Mocking Swift classes in unit-testing

Hello everyone!

At this moment I am working on creating an environment for unit-testing on my job, and it seems there is a lack of mocking libraries (like OCMock in Objective-C), which makes writing tests even harder. This problem, if I understand correctly, has own reasons, but the need to test Swift code still exists, so I would be happy to hear about your experience: how you write unit-tests, what approaches, libraries, tools you use, etc.

As for me, I see only two solutions: writing mocks manually and using SwiftyMocky. The first one seems to lead to boilerplate, the second one increases complexity of environment, including generated source files, adding scripts to start it, problems while working with pods, etc. In other words, now I have not found anything suitable enough :pensive:

Thank you in advance!

The third option is not to mock. Dynamic mocking libraries, in addition to not being compatible with Swift, are a complexity nightmare for any test suite of reasonable complexity. I also find they obfuscate the actual purpose of code and often lead to tests of the mocks rather than your real systems.

Instead, using actual dependency injection with default values allow for a flexible, realistic testing environment that also has the added benefit of requiring more flexible APIs. Of course, this doesn't mean covering all of your dependencies with protocols. Instead, use instances of the real types as much as you can, only abstracting things you can't otherwise test.

Hmm, can you please provide an example of this option? For instance, I need to test a view model that it calls expected methods of its view, how then should your view look like? Or if your object writes something in Keychain?

Here's a good tutorial:

1 Like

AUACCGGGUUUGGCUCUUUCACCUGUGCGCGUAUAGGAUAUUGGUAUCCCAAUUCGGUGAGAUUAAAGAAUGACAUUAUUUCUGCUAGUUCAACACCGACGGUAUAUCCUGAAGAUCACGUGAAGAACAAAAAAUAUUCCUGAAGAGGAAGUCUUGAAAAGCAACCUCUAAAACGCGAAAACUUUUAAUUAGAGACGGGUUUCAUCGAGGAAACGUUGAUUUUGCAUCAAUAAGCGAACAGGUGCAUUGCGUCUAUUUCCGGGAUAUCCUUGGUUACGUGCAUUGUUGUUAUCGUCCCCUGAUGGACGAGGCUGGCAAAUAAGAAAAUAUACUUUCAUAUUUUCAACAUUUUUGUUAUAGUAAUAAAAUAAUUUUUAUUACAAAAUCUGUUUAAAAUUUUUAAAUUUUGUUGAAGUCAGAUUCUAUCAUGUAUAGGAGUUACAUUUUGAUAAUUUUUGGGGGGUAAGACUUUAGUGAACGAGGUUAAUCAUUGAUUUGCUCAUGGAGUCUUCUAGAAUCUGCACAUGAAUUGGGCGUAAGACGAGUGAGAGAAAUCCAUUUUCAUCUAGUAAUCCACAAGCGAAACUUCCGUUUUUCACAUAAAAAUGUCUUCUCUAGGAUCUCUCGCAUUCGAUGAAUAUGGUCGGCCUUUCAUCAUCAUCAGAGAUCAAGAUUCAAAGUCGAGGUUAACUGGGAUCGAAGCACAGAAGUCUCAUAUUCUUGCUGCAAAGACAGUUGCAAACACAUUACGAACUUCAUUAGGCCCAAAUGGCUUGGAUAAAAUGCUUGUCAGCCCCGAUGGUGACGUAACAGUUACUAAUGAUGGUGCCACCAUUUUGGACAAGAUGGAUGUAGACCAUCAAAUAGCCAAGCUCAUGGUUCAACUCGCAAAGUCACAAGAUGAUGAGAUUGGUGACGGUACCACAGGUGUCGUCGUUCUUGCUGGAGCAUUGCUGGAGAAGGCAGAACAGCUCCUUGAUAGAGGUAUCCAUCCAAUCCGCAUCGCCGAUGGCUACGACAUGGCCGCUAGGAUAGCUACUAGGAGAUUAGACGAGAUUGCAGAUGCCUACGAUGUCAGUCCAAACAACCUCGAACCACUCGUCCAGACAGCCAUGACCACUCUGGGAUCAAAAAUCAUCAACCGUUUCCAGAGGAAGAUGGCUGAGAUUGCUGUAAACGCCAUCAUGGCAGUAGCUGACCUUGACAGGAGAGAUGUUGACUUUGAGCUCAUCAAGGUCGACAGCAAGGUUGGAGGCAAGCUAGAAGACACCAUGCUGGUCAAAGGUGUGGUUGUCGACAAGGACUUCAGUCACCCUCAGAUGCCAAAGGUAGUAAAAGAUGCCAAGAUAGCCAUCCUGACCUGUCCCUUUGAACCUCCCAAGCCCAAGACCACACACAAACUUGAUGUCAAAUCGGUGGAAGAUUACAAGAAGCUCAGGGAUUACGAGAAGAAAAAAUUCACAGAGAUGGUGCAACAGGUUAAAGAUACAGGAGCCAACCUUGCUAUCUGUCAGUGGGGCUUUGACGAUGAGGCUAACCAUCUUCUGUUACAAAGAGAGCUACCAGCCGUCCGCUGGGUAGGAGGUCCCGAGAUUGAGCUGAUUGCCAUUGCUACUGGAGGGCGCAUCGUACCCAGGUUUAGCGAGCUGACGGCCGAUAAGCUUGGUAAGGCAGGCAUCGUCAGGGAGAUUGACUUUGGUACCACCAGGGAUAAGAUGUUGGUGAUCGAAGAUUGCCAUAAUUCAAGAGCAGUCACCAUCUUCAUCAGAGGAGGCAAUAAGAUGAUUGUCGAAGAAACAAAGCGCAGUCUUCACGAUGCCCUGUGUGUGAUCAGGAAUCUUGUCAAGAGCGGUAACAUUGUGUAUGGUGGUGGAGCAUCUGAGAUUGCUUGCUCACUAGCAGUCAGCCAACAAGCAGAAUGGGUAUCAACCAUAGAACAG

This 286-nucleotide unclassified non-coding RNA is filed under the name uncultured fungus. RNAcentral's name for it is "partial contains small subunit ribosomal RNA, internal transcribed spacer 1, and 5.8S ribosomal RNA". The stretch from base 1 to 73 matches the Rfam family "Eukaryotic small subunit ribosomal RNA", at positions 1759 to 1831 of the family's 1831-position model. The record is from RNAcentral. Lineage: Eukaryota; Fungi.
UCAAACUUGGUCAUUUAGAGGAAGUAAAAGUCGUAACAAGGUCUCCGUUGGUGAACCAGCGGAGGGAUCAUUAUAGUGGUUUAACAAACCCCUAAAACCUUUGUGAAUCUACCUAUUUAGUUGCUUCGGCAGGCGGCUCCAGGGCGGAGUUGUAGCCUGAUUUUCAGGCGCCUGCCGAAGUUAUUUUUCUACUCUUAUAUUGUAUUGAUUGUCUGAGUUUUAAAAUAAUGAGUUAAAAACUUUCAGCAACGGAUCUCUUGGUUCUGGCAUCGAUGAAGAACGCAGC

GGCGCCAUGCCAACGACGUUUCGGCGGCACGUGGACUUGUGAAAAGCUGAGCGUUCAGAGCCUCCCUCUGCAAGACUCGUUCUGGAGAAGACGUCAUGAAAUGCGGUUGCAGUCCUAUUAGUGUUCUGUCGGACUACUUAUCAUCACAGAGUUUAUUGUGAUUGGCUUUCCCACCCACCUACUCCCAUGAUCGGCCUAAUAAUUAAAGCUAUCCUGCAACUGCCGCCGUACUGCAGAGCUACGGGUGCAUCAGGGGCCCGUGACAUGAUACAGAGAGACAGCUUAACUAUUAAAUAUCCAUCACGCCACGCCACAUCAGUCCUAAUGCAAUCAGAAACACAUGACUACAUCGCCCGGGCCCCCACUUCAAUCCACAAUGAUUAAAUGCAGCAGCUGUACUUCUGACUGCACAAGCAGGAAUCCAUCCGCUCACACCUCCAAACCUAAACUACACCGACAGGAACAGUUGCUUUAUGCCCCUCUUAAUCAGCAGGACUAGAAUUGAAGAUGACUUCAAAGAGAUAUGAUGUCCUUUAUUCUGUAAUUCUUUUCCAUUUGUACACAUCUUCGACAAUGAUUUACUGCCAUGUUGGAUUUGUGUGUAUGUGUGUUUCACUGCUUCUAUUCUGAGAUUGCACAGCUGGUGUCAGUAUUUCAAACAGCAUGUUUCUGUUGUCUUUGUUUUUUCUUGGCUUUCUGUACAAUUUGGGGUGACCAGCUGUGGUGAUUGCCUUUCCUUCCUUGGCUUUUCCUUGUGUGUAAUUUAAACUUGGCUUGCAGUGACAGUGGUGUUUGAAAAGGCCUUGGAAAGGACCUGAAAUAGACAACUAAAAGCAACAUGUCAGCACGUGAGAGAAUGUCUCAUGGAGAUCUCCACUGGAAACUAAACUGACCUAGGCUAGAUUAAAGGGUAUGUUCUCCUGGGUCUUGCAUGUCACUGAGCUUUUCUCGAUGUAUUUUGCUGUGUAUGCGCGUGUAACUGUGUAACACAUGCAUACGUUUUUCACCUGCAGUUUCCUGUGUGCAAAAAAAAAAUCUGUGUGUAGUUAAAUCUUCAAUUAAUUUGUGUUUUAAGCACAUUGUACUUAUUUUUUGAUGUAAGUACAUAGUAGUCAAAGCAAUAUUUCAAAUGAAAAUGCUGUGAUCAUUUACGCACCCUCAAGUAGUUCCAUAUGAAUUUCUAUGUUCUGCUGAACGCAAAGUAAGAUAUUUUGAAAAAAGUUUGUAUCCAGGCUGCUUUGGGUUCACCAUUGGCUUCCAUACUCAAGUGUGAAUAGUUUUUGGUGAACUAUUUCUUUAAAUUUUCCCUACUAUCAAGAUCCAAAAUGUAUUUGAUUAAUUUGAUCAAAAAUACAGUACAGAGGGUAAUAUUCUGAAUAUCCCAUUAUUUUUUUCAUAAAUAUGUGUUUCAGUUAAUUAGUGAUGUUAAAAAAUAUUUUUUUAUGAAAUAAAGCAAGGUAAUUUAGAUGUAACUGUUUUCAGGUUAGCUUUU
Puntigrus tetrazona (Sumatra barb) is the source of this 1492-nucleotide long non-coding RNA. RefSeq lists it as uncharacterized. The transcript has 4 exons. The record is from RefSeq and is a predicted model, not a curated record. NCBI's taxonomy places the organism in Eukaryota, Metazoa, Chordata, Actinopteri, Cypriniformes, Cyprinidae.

And here's a good framework:

1 Like

@Patrick_Gili has provided some good resources, though I take a less formal approach to injection and certainly don't use anything like Swinject. Instead, a simple approach of test inputs and outputs is almost always enough to verify correctness.

For instance, in you view model case, testing it calls the methods of another object is very fragile, both from an implementation and maintenance standpoint. Instead, testing that your view model reacts to outside changes appropriately and produces the changes necessary for the view would be another approach.

For the keychain or even writing to files, simply using the real thing would verify your behavior is correct. For instance, most keychain interaction is done through a wrapper of some kind. Initializing instances of your own types with instances of the wrapper (to allow for a separate keychain storage area than the real app) and verifying you get data in and out should verify your code is functioning correctly.

@Patrick_Gili thank you for the links you sent, I agree that this is a great tool to manage dependencies.

Sorry, it seems I do not quite understand what your approach is. How to verify reactions of my view model without checking what methods it calls? For instance, I need to test that the user taps a button and my view model starts refreshing. To check it, I have to be sure that it calls refresh() declared in some NetworkService protocol (view model's dependency), but this approach, if I get your point, is not good. But it does not produce anything instead of calling that method. How then would you test this case?

Terms of Service

Privacy Policy

Cookie Policy